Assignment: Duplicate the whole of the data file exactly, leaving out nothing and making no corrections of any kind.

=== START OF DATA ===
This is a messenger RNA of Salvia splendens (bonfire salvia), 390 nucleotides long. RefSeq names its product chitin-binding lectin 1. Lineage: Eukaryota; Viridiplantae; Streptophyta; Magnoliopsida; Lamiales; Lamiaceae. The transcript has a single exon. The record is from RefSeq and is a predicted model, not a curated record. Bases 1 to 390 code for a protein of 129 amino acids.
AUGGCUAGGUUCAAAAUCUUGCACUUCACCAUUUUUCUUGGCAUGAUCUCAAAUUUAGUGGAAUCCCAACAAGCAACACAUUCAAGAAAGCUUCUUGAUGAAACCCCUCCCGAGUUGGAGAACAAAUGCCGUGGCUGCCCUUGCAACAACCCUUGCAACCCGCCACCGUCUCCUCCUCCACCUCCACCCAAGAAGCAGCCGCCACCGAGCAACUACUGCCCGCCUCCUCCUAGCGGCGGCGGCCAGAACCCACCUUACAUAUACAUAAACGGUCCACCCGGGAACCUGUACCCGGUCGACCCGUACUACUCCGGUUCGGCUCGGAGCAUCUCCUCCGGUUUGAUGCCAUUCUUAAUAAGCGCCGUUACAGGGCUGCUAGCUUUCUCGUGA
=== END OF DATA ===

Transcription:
This is a messenger RNA of Salvia splendens (bonfire salvia), 390 nucleotides long. RefSeq names its product chitin-binding lectin 1. Lineage: Eukaryota; Viridiplantae; Streptophyta; Magnoliopsida; Lamiales; Lamiaceae. The transcript has a single exon. The record is from RefSeq and is a predicted model, not a curated record. Bases 1 to 390 code for a protein of 129 amino acids.
AUGGCUAGGUUCAAAAUCUUGCACUUCACCAUUUUUCUUGGCAUGAUCUCAAAUUUAGUGGAAUCCCAACAAGCAACACAUUCAAGAAAGCUUCUUGAUGAAACCCCUCCCGAGUUGGAGAACAAAUGCCGUGGCUGCCCUUGCAACAACCCUUGCAACCCGCCACCGUCUCCUCCUCCACCUCCACCCAAGAAGCAGCCGCCACCGAGCAACUACUGCCCGCCUCCUCCUAGCGGCGGCGGCCAGAACCCACCUUACAUAUACAUAAACGGUCCACCCGGGAACCUGUACCCGGUCGACCCGUACUACUCCGGUUCGGCUCGGAGCAUCUCCUCCGGUUUGAUGCCAUUCUUAAUAAGCGCCGUUACAGGGCUGCUAGCUUUCUCGUGA